|Publication number||US7545669 B2|
|Application number||US 12/026,701|
|Publication date||Jun 9, 2009|
|Filing date||Feb 6, 2008|
|Priority date||Aug 9, 2006|
|Also published as||US7397689, US7859888, US20080037317, US20080130353, US20090225591, WO2008020944A2, WO2008020944A3|
|Publication number||026701, 12026701, US 7545669 B2, US 7545669B2, US-B2-7545669, US7545669 B2, US7545669B2|
|Inventors||Jun Liu, Glen Hush, Mike Violette, Mark Ingram|
|Original Assignee||Micron Technology, Inc.|
|Export Citation||BiBTeX, EndNote, RefMan|
|Patent Citations (26), Non-Patent Citations (4), Referenced by (2), Classifications (13), Legal Events (2)|
|External Links: USPTO, USPTO Assignment, Espacenet|
This application is a divisional of U.S. patent application Ser. No. 11/501,598, which was filed on Aug. 9, 2006.
1. Field of the Invention
The present invention relates generally to electronic devices, and, more specifically, to resistive memory devices.
2. Description of the Related Art
This section is intended to introduce the reader to various aspects of art that may be related to various aspects of the present invention, which are described and/or claimed below. This discussion is believed to be helpful in providing the reader with background information to facilitate a better understanding of the various aspects of the present invention. Accordingly, it should be understood that these statements are to be read in this light, and not as admissions of prior art.
Generally, resistive memory devices manipulate and sense the resistance of a memory element. Typically, the memory element is capable of assuming two or more resistance states, e.g., high resistance and low resistance. To store data, the memory element is driven to one of the resistive states. Then, to read the data, the resistance of the memory element is sensed. For example, in a binary system, a low resistance may correspond to a value of zero, and a high resistance may correspond to a value of one. Binary data stored in a resistive memory element is typically read by sensing if the resistance of the element is greater than or less than a threshold resistance. During a read operation, the sensed resistance is compared to the threshold resistance, and the resistive memory device outputs a one or a zero based on the comparison. Thus, the resistance of the resistive memory element indicates the content of stored data.
The resistance of the memory element is typically measured indirectly. Resistive memory devices often read data by measuring a transient response of a sensing circuit that includes the memory element. Generally, a stimulus, such as a sudden change in voltage, is applied to the sensing circuit, and, after a waiting period, a parameter, such as a voltage at some node, is sensed. Depending on the electrical state of the sensing circuit after the waiting period, the resistive memory device may output a zero or a one. For example, in some sensing circuits, a low-resistance state may result in a rapid increase in the voltage of the sensed node, and a high-resistance state may result in a slow increase in the voltage. In these sensing circuits, the voltage sensed immediately after the waiting period indicates the resistance of the memory element and the value of the stored data, e.g., a low voltage indicates a slow response and a high resistance, and a high voltage indicates a fast response and a low resistance. That is, the resistance of the memory element affects the speed of the sensing circuit, and the speed of the sensing circuit indicates the value of the stored data.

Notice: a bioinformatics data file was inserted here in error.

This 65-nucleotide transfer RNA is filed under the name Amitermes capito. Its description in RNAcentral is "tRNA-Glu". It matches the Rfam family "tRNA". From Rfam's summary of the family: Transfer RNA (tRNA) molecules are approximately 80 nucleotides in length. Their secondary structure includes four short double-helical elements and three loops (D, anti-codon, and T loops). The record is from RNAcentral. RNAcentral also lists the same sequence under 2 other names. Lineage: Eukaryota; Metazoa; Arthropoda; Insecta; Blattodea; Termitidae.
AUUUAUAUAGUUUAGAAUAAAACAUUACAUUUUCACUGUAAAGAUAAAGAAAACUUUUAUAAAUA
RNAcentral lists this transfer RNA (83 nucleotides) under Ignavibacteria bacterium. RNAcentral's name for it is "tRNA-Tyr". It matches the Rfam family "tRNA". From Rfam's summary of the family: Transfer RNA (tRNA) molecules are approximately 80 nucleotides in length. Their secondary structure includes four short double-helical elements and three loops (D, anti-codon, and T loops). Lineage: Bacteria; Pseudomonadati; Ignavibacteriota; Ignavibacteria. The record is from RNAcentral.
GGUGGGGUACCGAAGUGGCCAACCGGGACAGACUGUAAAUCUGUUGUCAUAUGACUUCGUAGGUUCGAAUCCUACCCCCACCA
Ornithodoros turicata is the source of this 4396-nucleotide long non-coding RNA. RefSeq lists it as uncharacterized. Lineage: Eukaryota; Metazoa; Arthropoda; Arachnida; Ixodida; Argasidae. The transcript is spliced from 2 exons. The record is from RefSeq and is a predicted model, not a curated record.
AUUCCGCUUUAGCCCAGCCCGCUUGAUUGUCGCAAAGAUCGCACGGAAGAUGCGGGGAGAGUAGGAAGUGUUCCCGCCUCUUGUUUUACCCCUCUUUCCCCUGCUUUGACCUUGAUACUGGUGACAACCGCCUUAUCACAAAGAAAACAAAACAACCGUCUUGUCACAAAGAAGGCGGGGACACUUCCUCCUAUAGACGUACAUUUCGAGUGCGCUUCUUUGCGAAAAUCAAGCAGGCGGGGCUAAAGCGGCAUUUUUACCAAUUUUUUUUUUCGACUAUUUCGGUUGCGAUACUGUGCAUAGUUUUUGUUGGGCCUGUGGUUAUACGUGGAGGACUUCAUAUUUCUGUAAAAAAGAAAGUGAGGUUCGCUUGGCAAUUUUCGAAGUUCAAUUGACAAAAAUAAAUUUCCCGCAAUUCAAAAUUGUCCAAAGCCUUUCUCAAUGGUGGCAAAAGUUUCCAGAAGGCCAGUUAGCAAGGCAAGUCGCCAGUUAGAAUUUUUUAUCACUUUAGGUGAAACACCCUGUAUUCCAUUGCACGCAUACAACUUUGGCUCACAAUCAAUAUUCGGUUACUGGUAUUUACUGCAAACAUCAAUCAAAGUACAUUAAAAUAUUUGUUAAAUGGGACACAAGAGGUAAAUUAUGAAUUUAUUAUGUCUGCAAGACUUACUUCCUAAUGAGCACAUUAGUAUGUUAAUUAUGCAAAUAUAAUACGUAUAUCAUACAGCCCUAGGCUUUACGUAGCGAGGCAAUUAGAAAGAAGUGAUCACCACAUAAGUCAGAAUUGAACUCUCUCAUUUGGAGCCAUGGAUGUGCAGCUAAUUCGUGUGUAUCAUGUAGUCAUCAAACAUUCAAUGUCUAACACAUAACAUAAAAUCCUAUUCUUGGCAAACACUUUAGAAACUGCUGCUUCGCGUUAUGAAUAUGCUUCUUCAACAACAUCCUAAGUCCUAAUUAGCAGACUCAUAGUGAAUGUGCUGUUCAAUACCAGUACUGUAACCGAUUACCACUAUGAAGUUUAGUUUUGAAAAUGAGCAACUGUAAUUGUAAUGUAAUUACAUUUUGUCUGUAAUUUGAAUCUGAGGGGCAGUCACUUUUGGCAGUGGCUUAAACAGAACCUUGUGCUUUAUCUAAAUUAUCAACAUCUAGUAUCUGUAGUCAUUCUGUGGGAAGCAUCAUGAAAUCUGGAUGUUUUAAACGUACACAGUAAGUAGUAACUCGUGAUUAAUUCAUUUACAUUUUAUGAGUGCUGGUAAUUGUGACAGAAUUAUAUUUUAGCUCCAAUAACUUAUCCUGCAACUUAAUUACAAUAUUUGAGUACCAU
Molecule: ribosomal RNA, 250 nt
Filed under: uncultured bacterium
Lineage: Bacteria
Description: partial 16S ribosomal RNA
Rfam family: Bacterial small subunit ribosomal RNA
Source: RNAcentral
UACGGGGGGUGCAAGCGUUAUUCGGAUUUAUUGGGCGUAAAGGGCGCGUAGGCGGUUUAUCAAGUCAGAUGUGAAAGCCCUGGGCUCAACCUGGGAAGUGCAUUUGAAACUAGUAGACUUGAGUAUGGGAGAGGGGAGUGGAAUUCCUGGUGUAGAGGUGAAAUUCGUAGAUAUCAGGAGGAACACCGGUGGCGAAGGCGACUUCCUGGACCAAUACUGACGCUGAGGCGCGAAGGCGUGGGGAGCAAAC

Unfortunately, read operations may take a long time. Memory elements storing a given logic value may have a large distribution of resistances. For instance, some memory elements storing a zero or a one may have a resistance that is close to the threshold resistance. In many sensing circuits, small differences in resistance take a relatively long time to discernibly affect the sensed parameter during read operations. Circuit designers often design for a worst-case scenario, so the waiting periods are typically relatively long to discern resistances that are close to the threshold resistance. In other words, circuit designers may increase the waiting period to measure accurate resistance states, as some resistances may be close to the threshold resistance. Consequently, read operations may be relatively slow in some resistive memory devices.
Advantages of the invention may become apparent upon reading the following detailed description and upon reference to the drawings, in which:
One or more specific embodiments of the present invention will be described below. In an effort to provide a concise description of these embodiments, not all features of an actual implementation are described in the specification. It should be appreciated that in the development of any such actual implementation, as in any engineering or design project, numerous implementation-specific decisions must be made to achieve the developers' specific goals, such as compliance with system-related and business-related constraints, which may vary from one implementation to another. Moreover, it should be appreciated that such a development effort might be complex and time consuming but would nevertheless be a routine undertaking of design, fabrication, and manufacture for those of ordinary skill having the benefit of this disclosure.